At the LUSH Summit with Khadi Papers

March 9, 2018

In February I attended the annual Lush Summit in London, a two-day extravaganza with suppliers to Lush from around the world, materials innovators, campaigners, environmental activists, re-wilding project leaders, inventors, musicians and so many all-round great people.

 

I was invited by Nigel and Barbara from Khadi Papers (I visited their South India factory on my travels last year) And to meet Milan, who runs Get Paper Industries in Nepal. They work together to produce the 'Cosmic' tie-dye paper gift wrap for Lush, and we were demonstrating this process at the event, with people coming up to have a go at dyeing Lokta paper themselves.

 

 

 

 Milan and his team in Kathmandu make paper primarily from Lokta, a native plant that grows in the foothills of the Himalayas and due to careful harvesting, is a renewable crop, re-growing in three to four years. 

 

 

When Milan gets a large order of the 'Cosmic' wrap from Lush, up to 400 women are employed to help tie-dye the paper. Imagine how colourful that factory is!

 

Supporting a traditional industry such as this provides much needed employment for rural communities in Nepal and the business also funds a local NGO working for women's rights and girl's education.

 

 

 This type of story was echoed across the Lush event. I spoke to people from around the world who contribute either materials or ingredients for Lush products, and all benefited from the ethical and responsible way that the cosmetics company buy from them.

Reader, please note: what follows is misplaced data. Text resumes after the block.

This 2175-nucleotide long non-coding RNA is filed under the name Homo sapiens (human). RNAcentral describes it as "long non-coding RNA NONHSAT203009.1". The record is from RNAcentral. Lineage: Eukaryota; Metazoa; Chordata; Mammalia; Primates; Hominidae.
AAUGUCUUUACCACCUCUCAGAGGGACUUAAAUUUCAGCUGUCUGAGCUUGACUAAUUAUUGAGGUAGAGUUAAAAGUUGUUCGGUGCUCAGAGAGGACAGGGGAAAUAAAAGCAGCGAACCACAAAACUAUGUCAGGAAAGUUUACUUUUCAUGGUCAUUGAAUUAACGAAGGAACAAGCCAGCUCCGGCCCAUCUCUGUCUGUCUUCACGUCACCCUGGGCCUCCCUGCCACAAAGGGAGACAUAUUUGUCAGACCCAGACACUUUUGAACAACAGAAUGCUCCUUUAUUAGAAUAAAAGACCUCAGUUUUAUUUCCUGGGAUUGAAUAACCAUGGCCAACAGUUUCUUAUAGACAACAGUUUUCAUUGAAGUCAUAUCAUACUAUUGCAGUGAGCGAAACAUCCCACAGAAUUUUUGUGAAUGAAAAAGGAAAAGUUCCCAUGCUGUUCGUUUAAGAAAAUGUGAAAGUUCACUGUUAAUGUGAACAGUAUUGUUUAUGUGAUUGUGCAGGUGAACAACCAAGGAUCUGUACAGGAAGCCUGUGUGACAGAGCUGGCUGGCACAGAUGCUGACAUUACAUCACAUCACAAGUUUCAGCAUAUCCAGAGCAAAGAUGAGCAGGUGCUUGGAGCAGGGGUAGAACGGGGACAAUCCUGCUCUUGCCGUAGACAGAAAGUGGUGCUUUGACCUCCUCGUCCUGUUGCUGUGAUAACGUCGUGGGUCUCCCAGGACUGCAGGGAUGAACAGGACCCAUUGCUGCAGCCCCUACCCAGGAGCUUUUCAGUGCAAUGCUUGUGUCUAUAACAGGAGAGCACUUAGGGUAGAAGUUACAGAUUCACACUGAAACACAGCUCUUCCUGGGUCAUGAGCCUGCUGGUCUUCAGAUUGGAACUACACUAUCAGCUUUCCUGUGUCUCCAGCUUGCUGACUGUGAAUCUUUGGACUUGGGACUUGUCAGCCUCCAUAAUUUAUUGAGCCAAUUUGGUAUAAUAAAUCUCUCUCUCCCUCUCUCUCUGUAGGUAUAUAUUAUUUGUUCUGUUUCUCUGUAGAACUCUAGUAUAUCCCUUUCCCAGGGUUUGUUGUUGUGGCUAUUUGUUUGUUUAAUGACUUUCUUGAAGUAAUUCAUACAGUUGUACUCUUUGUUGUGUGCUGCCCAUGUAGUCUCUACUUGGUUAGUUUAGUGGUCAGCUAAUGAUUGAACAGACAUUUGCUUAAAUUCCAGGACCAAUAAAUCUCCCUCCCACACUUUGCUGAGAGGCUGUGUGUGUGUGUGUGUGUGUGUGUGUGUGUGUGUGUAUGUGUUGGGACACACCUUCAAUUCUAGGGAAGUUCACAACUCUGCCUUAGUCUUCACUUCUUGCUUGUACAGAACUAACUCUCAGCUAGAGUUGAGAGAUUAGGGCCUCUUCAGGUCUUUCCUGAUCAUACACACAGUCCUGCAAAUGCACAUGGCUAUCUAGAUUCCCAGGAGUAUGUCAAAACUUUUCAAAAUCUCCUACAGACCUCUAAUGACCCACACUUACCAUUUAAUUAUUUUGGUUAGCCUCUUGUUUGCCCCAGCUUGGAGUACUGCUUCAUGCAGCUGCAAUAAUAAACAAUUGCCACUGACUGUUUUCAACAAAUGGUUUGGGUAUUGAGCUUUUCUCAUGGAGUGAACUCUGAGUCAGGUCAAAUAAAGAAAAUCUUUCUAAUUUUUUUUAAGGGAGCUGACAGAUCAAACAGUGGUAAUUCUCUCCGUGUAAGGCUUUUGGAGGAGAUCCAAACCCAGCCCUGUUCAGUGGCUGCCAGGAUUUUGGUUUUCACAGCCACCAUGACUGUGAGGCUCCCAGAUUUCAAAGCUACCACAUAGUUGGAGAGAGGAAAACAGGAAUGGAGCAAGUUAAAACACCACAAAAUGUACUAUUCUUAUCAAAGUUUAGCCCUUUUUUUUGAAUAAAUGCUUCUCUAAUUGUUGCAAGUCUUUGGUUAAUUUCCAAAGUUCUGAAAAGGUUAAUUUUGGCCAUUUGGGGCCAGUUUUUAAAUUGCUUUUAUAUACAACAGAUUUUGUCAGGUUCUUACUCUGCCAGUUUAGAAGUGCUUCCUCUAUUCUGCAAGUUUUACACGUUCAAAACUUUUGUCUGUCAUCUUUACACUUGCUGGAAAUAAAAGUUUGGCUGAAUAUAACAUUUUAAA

Splitting kernels to extract Argan Oil (Morocco)

 

 Cocoa beans from Columbia, for cocoa butter and fragrance.

 

The farmers who farm this product face extreme regular violence and risk their lives to keep drug crime and de-forestation away from their land.

 

 Other areas of the Summit included a Gay Cafe supporting LGBT rights and a whole floor devoted to highlighting the plight of our oceans.

 

 Plus a whole programme of talks, debates and performances.

 

It was refreshing to hear about not only the problems but also plenty of positivity and solutions.

 

It was exciting to speak to the innovators that are using materials in new ways and really challenging how we use the products and packaging that we all consume and take for granted.

 

I was bowled over by the work Lush are doing around the globe, putting money where it is really needed, into the small grassroots organisations that receive no funding and are making a real difference locally. 

 

This is not just Bath Bombs!

 

 

 

 

 

 

 

 

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